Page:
None of us want winter to stop us from hiking, right?
Well, a good pair of winter boots mean that it doesn’t have to!
This article will list the top 17 best winter hiking boots 2019 and list a few of the things that you should be looking out for when choosing the pair for you.
- TOP 17 Best Winter Hiking Boots Reviewed 2019
- La Sportiva Men’s Nepal EVO GTX Boots
- Scarpa Men’s Rebel Pro GTX Mountaineering Boots
- Keen Men’s Summit County Waterproof Winter Boots
- Salomon Men’s Toundra Pro Snow Boot
- La Sportiva Men’s Karakorum Hiking Shoe
- North Face Men’s Chilkat III Insulated Boot
- Merrell Men’s Moab Polar Waterproof Winter Boots
- Salomon Men’s X Ultra Winter CS 2 Hiking Boot
- Columbia Men’s Bugaboot Plus III Mid Calf Boots
- Scarpa Women’s Mont Blanc Pro GTX Boots
- Oboz Bridger 7” Insulated B-DRY Women’s Hiking Boot
- Keen Women’s Durand Polar Winter Boot
- Merrell Thermo Freeze Mid Waterproof Women’s Boots
- Scarpa Women’s Zodiak Plus GTX Backpacking Boots
- Keen Women’s Revel III Cold Weather Hiking Boots
- Merrell Women’s Snowbound Mid Winter Boots
- Vasque Women’s Pow III UltraDry Snow Sneaker
- What is a Winter Hiking Boot?
- How to Choose the Best Winter Hiking Boots
TOP 17 Best Winter Hiking Boots Reviewed 2019
La Sportiva Men’s Nepal EVO GTX Boots
Review: When you say ‘winter hiking boot’ most of the time it means mountaineering boot. And when it comes to mountaineering boots,
La Sportiva is the best. These boots are heavier and stiffer than regular hiking boots – but that’s what you need for mountaineering.
- Compatible with mountaineering crampons.
- 100% waterproof leather and Gore-Tex Duratherm upper.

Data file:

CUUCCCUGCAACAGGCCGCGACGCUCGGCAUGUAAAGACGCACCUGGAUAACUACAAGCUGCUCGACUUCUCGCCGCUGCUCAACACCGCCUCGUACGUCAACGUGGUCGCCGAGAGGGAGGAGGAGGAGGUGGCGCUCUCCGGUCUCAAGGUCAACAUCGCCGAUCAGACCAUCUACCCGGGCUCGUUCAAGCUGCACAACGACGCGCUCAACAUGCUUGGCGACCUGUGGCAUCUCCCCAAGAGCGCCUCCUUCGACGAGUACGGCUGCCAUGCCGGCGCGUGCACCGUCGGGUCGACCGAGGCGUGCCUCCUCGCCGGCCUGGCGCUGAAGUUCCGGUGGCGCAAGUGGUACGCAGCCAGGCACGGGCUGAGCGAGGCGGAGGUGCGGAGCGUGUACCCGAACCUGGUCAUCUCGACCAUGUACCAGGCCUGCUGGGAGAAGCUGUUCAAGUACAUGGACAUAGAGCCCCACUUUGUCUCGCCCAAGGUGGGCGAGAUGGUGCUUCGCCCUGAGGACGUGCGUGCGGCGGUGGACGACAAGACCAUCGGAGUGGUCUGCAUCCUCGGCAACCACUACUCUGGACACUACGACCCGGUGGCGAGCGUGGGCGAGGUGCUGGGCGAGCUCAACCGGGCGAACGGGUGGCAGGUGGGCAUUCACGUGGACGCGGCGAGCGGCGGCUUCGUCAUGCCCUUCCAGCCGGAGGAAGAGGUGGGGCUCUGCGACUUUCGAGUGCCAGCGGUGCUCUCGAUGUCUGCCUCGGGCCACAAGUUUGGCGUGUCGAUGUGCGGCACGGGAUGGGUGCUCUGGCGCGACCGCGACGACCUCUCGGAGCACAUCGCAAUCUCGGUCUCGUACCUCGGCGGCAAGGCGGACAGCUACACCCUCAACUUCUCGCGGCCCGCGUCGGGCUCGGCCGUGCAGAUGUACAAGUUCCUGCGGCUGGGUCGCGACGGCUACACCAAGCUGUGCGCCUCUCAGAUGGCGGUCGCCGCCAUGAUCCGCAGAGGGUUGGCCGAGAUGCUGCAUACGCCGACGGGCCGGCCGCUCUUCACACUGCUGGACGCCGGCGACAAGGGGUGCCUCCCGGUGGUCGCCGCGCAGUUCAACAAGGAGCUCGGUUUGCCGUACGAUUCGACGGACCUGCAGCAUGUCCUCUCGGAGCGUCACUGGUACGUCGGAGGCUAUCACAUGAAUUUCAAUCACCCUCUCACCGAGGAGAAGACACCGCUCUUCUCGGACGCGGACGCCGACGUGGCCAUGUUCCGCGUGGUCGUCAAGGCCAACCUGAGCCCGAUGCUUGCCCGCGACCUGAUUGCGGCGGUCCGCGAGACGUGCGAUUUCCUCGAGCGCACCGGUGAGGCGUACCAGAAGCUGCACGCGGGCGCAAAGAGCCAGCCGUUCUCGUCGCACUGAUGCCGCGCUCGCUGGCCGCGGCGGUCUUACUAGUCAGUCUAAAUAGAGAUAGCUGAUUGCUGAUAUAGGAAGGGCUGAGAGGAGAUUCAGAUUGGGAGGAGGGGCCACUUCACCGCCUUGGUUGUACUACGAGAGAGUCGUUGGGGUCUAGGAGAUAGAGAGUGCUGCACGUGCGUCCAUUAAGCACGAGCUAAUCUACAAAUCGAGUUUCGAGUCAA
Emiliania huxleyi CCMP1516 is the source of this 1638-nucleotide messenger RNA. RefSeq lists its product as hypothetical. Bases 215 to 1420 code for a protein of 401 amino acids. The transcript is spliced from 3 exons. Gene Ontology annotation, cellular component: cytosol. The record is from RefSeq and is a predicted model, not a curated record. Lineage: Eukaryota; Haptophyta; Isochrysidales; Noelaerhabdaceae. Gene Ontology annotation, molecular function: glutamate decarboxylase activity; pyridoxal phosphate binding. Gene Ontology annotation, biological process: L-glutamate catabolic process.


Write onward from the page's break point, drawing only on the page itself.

- Vibram sole and rand.
- Impact break system for steep descents.
- They cost a lot of money! But if you’re going mountaineering, you need the best.
- La Sportiva tends to run a little narrow.
Scarpa Men’s Rebel Pro GTX Mountaineering Boots
Review: Scarpa is right up there with La Sportiva making the best technical mountaineering boots on the market. These boots are lightweight for a mountaineering boot, weather-proof, insulated, and pretty much bomb-proof in terms of durability.
They’re not quite as warm as the Nepal EVOs but that could be useful if you’re dealing with alpine terrain without the sub-freezing temperatures.
- Automatic crampon compatible.
- Very lightweight for such a technical boot.
- Manages to be warm without being bulky.
- Extremely durable and capable of coping with the most rugged conditions.
- A little less insulated than the EVOs above – but this could be a pro if your feet run hot.
Keen Men’s Summit County Waterproof Winter Boots
Review: This winter boot is rated to -40F with insulation particularly focussed around the toes to keep the warmth where you need it most.
They are ideal for people with wide feet and are some of the most comfortable winter hiking boots on the market.
- Well insulated and waterproof.
- Large protective toe cap.
- The rugged rubber outsole is designed to cope well with compacted snow.
- Great for snowshoes and hiking crampons.
- Not ideal for narrow feet.
Salomon Men’s Toundra Pro Snow Boot
Review: This is another -40 F, being Solomon’s warmest boot, and the one you’ll want to be wearing for the coldest conditions. With aerogel insulation developed by Nasa for spaceflight, their warmth is second to none, and they are completely waterproof.
Their aggressive Contragrip sole is well matched with ice and snow, and they have reasonable arch support too.
- Extremely well insulated.
- Completely waterproof.
- Durable rubber sole with great traction.
- Snowshoe and crampon compatible.
- It’s very hard to find a con for these boots.